Playing with his back to goal, many of the challenges on our young tyro were reminiscent of the tactics practiced by Les Kellett and Davy “Tally-Ho” Kaye as they attempted to throw a superior opponent to the ground.
Mr Foy eventually recognised this and summonsed Williams for a chat – and then allowed Swansea to continue with their tactic until he finally booked Williams just after the break. It rather summed up a poor performance from a referee who is usually one of the better ones. His booking of Cattermole for what I saw as a good challenge on Sigurdsson, struck me as a booking for the name rather than the offence. That Cattermole was as good as gold after that is a testimony to his increasing maturity.
Of the others, Mannone had a quiet afternoon, O’Shea and van Aanholt were hardly troubled and Gomez and Fletcher made valuable contributions in the latter stages. Fletcher may well have scored; his header was close, but not close enough.
And what about Jack Rodwell, hitherto unmentioned? Another anonymous game I am afraid, from a player who seems to be struggling with the demands that Gus’s pressing game places on him. I was unfair last week in likening him to Heslop, Doyle and Cunnington – he is a far, far better player than any of those, but he is in danger of losing his place unless he begins to take control of the centre midfield – which is what he was brought to the club to do.
He is a strong player and when he gets going, he is surprisingly quick. But the game often seems to pass him by and he is unable to make a significant contribution to it. He looks fitter and leaner than when he arrived, but more was expected from him and whereas bargain buys like Buckley have hit the ground running, he still hasn’t really impressed. Maybe a few days on the beach at home in Southport and a couple of pints in The Guest House will help.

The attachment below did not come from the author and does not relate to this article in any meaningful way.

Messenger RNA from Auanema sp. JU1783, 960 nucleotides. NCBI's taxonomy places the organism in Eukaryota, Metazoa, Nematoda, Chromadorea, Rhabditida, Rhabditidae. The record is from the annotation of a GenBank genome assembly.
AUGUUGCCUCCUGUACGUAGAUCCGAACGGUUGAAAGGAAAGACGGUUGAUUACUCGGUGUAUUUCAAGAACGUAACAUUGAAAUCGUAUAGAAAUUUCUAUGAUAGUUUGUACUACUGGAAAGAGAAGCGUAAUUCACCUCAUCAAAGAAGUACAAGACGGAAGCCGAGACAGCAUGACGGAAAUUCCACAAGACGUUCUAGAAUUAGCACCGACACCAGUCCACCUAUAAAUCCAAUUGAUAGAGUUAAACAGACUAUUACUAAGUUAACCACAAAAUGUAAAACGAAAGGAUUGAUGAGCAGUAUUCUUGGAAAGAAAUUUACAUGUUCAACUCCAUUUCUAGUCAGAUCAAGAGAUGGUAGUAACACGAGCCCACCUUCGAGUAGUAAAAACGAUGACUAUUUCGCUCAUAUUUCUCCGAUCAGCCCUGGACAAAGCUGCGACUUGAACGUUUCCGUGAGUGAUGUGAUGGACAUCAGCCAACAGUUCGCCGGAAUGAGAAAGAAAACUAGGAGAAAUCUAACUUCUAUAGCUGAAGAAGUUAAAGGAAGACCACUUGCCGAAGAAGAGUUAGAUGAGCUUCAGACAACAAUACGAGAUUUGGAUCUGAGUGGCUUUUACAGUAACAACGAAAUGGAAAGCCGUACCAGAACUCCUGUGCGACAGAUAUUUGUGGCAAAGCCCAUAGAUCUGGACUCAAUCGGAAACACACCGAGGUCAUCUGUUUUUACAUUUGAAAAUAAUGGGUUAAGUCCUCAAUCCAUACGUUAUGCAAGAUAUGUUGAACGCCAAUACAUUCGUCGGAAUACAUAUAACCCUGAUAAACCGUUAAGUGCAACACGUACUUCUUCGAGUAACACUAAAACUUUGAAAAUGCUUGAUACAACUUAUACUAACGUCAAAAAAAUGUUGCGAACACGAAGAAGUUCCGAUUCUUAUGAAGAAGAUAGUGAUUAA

As for Swansea, they are a neat and tidy side but can have few complaints about anything that happened. Spanish Rhyming Man was correctly sent off for two yellows, the first one being for throwing the ball away. Think of a word to rhyme with cat and you will probably sum up how Swans fans feel about him. I like Sigurdsson who is the kind of player who will do well in any team and it was good to see Neil Taylor back in action after his horrific injury against us two years ago. They are a good outside bet for either of the two cups.
However, amidst all the positives, there is one huge, negative elephant in the room – we failed to win. Had Connor Wickham stuck away a straightforward header from an excellent Larsson cross, we would have got that monkey off our backs and I would have been glowing as I write this rather than chuntering away. The Norwegian gentleman sat next to me, fresh from walking the length of Hadrians Wall, would have returned to the land of fjords and parrots having seen a goal. In true Norwegian style, he wanted to see both sides resort to the long ball. That may explain why Norwegian football is in the doldrums.
The game was the centrepiece of an enjoyable day. The morning was taken up with a beard trim (I was being asked if I was appearing as Santa at the Cornmill Centre in Darlington), my annual flu jab (always an exciting event) and a good breakfast, while the evening was spent in the enjoyable company of folk singer and star of War Horse, Bob Fox. A Seaham lad who watches out for Sunderland, he put on a splendid show for those at the Davy Lamp Folk Club in Washington – but was upstaged by his granddaughter Emily, who clog danced, sang and played the fiddle with the accomplishment of one beyond her nine years. A star in the making – and you read it here first.
And Shildon beat Stalybridge Celtic 1-0 in the FA Cup; the equivalent of Cambridge United knocking us out. It could be a Shildon v Sunderland final in May. That would cause some problems.